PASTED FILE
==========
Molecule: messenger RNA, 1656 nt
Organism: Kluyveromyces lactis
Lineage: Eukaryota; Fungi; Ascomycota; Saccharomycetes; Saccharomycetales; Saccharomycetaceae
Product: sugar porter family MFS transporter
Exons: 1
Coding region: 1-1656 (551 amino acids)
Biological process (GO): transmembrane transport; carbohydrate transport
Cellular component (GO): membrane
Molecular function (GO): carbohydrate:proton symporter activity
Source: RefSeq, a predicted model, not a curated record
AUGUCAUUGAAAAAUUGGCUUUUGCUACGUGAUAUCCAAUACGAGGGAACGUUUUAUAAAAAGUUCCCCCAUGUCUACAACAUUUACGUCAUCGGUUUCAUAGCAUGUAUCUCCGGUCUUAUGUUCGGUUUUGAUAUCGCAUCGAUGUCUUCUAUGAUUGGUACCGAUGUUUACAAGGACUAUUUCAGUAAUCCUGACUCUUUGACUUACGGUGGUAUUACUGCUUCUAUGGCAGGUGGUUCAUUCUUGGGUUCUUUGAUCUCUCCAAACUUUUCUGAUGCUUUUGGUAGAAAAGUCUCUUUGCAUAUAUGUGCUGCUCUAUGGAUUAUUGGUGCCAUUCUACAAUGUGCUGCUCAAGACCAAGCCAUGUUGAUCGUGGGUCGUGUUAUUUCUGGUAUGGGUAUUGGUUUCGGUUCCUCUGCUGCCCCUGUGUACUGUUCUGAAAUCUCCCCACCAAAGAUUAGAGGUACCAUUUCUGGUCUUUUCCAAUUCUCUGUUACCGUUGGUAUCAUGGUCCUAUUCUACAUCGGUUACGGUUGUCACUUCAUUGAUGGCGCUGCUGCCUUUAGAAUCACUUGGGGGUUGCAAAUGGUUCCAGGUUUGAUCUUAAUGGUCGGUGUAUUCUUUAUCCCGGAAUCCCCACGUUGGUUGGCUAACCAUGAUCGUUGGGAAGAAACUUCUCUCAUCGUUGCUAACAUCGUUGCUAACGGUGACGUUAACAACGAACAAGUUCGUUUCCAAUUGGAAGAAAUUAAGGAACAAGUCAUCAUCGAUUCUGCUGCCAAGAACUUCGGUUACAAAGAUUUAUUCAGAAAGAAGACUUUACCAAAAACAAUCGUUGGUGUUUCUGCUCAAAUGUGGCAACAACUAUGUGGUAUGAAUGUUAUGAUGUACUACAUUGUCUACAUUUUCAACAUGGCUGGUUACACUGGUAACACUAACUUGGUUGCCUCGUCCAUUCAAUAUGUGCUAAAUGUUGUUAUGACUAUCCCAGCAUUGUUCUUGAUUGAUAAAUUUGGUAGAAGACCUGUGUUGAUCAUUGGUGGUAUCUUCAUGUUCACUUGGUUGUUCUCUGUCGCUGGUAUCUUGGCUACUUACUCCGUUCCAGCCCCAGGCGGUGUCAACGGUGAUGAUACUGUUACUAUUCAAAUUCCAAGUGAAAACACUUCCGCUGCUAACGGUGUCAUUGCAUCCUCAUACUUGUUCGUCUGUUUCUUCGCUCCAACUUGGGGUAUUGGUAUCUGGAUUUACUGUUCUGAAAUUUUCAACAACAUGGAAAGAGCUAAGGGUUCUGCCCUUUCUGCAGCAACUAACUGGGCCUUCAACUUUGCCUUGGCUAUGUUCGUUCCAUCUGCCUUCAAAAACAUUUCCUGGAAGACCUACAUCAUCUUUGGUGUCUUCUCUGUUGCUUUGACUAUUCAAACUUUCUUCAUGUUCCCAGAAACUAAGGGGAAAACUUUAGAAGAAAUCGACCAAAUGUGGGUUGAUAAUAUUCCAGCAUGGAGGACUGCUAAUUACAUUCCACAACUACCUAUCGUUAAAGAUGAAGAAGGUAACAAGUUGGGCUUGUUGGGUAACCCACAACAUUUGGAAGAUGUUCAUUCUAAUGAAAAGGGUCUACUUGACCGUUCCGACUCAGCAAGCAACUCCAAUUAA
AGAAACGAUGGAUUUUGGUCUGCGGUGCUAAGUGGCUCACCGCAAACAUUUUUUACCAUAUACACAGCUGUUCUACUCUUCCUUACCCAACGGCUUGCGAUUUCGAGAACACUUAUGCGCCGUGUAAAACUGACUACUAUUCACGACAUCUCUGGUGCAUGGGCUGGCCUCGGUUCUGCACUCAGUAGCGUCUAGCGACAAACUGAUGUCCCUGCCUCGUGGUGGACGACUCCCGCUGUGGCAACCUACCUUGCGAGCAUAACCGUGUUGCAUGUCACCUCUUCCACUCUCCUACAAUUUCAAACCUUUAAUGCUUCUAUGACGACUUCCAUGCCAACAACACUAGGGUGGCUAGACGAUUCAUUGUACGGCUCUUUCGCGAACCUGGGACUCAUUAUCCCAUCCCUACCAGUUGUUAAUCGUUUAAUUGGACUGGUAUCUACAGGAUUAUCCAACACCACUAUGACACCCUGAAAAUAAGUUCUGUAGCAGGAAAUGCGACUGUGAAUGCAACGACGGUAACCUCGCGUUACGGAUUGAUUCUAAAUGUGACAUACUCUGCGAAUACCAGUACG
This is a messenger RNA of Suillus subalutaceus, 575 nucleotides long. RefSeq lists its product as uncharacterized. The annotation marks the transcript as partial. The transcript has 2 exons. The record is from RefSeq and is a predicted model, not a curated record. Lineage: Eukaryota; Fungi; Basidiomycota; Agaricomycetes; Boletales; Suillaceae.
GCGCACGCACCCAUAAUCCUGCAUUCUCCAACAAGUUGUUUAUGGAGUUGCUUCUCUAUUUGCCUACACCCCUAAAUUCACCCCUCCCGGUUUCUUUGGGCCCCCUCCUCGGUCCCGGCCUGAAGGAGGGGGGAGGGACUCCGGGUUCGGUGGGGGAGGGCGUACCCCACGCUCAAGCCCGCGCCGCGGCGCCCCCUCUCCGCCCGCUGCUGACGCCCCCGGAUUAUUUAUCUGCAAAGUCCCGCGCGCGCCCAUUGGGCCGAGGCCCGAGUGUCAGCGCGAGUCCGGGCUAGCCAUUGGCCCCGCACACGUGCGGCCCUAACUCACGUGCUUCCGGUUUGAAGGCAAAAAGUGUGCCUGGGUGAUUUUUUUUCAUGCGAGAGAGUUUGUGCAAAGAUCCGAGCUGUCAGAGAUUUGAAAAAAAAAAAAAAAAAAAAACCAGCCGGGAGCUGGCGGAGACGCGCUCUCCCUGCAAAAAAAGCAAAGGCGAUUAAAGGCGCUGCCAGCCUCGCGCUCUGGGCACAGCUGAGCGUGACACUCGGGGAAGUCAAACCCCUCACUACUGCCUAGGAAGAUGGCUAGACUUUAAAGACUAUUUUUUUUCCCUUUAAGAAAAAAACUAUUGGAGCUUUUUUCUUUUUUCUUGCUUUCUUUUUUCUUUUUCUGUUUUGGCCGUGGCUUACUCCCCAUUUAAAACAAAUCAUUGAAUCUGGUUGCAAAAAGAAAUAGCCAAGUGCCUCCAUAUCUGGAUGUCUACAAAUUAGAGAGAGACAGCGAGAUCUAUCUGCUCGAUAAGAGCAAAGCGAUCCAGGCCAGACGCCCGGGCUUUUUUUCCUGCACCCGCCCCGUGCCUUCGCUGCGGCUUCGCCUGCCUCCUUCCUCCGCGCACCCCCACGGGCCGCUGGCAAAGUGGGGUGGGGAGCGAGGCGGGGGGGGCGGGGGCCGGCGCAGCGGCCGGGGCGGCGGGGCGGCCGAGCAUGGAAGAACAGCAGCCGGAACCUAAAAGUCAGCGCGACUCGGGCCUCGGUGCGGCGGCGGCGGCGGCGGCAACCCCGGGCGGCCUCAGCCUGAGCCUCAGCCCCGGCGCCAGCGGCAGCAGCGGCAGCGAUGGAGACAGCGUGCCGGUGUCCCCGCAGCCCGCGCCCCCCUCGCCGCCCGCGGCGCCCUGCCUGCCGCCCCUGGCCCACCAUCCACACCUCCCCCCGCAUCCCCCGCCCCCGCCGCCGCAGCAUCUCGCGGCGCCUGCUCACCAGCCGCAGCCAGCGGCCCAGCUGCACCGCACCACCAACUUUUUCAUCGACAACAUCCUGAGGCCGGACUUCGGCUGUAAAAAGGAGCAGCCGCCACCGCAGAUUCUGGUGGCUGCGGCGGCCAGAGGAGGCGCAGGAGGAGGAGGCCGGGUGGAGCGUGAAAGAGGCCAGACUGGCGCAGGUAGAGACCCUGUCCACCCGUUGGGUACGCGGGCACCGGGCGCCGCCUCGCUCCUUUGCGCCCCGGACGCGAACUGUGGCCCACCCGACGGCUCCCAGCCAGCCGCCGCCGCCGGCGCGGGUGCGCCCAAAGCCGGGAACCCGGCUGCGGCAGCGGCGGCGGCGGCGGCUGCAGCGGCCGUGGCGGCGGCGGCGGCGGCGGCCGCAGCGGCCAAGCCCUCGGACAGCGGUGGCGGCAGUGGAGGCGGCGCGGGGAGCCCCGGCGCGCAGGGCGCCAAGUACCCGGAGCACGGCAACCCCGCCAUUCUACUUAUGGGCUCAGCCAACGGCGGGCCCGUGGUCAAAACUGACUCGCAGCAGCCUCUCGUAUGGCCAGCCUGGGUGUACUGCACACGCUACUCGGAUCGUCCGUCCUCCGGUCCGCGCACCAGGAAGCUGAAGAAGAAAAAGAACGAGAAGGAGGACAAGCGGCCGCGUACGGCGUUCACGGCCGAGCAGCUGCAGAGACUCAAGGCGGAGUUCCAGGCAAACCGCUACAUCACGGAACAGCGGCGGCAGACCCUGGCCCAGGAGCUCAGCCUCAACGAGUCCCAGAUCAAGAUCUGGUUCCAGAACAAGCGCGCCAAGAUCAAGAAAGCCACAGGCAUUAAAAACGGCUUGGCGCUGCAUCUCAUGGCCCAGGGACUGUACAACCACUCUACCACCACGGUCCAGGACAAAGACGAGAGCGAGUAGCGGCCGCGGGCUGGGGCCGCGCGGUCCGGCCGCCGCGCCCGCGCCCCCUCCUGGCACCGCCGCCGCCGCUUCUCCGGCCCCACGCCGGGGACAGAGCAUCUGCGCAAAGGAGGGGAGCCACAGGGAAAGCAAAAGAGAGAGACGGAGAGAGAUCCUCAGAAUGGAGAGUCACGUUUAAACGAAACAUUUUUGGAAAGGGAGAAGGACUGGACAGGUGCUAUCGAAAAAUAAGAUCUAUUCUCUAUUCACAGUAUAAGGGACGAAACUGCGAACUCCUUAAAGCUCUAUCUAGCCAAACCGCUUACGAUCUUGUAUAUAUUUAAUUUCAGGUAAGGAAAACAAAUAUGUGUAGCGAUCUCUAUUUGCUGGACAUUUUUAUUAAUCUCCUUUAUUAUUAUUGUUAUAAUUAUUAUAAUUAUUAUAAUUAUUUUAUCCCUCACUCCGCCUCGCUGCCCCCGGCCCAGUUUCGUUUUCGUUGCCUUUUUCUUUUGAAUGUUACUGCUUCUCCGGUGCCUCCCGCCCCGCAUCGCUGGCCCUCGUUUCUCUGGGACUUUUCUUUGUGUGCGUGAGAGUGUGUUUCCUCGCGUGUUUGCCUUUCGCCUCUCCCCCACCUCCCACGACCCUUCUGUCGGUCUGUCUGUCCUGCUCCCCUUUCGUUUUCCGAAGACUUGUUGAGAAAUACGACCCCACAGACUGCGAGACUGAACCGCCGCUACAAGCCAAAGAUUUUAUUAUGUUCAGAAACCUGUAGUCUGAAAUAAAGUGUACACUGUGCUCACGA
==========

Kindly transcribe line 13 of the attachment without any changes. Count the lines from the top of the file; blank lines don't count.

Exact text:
This is a messenger RNA of Suillus subalutaceus, 575 nucleotides long. RefSeq lists its product as uncharacterized. The annotation marks the transcript as partial. The transcript has 2 exons. The record is from RefSeq and is a predicted model, not a curated record. Lineage: Eukaryota; Fungi; Basidiomycota; Agaricomycetes; Boletales; Suillaceae.